Detroit to get $21 milliom from Feds to fight blight
Lansing — The Michigan State Housing Development Authority on Wednesday redirected $32.7 million in federal funds intended for preventing residential foreclosures toward the demolition of blighted buildings in Detroit and Flint.
The state authority’s board voted on the recommendation during a Wednesday meeting.
The funding comes out of Treasury's $498 million award in 2010 from the Hardest Hit Fund, which has been used to provide homeowners with assistance paying mortgages and taxes to avoid foreclosure.
Detroit will get $21.2 million and Flint will receive $11.4 million to remove blighted homes.
The Detroit Land Bank was in danger of running out of blight removal funding before year’s end and “Flint has essentially stopped demolition because they’re out of money,” said Kevin Elsenheimer, executive director of MSHDA.
An improving Michigan economy means the need for anti-foreclosure programs is “winding down,” Elsenheimer said.
“We believe this is the most efficient way to get these dollars out,” he said.
Detroit Mayor Mike Duggan met with Treasury officials this month to talk about blight funding. The city’s demolition program had been funded through December, and he was working to extend it through April.
On Wednesday, Duggan said he was pleased that additional dollars were approved and now he’ll turn his attention to finding money for the balance of 2016.
“What we are doing is important work,” he said. “We are doing it at record rates.”
Duggan said that the city is exploring several strategies to bring demolition costs down. A plan, he said, is anticipated next month.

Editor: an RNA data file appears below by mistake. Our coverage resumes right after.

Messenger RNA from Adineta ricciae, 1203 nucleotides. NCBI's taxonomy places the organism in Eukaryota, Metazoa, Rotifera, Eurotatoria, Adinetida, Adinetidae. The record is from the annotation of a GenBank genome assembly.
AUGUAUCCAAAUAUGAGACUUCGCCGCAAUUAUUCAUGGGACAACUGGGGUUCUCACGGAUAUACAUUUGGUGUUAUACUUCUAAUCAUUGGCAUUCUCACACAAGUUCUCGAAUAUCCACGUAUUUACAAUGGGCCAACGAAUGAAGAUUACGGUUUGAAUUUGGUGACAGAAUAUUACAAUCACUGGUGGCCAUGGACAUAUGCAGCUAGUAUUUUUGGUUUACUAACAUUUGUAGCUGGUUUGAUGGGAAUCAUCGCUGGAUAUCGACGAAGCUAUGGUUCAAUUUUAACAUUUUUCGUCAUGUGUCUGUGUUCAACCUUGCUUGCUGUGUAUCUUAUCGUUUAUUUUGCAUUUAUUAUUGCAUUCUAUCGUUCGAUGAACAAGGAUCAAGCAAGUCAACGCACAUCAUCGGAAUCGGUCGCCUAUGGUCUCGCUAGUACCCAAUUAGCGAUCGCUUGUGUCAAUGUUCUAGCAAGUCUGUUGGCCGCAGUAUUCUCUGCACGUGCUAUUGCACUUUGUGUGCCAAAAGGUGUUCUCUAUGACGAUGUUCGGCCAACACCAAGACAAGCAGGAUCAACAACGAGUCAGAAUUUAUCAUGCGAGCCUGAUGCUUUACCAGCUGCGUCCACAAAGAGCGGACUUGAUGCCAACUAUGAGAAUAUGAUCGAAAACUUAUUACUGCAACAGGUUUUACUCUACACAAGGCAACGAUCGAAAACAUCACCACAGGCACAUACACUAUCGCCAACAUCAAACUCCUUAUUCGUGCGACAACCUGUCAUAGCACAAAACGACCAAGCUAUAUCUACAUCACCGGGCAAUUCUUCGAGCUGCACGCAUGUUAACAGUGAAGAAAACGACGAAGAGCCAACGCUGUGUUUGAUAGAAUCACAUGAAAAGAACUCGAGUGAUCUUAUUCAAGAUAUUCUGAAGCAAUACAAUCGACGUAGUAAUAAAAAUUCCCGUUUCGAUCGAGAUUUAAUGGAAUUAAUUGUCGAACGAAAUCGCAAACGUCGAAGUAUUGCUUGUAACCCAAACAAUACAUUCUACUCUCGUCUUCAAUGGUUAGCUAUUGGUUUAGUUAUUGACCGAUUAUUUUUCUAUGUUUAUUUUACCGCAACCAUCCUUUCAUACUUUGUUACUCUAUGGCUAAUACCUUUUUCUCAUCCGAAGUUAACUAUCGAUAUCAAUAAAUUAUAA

Among the strategies: Detroit is working on a scientific study with a major university on more cost-effective ways to do asbestos removal. He’s also exploring the idea of having the city’s building authority do about 10 percent of the city’s demolitions itself. Currently, all the work is contracted.
The city had knocked down nearly 7,000 in the last 18 months. Duggan said that he expects the number will reach between 8,000 and 9,000 by the end of April.
Duggan’s demolition program has been under scrutiny in recent weeks amid soaring costs and questions about bidding practices. The effort has been the centerpiece of the mayor’s plan to deal with an estimated 40,000 blighted properties.
MSHDA officials have completed a review of Detroit’s blight demolition program and plans to send a review team to Flint on Thursday, he said.
Duggan noted that the state conducted a review of all the bidding procedures at the Land Bank and has made a number of recommendations for improvements. The city agrees with the findings and will fully implement them, he said.
Starting next month, the land bank and the building authority will also publicly post all awarded bids within a week, to ensure that price trends and expenditures are transparent.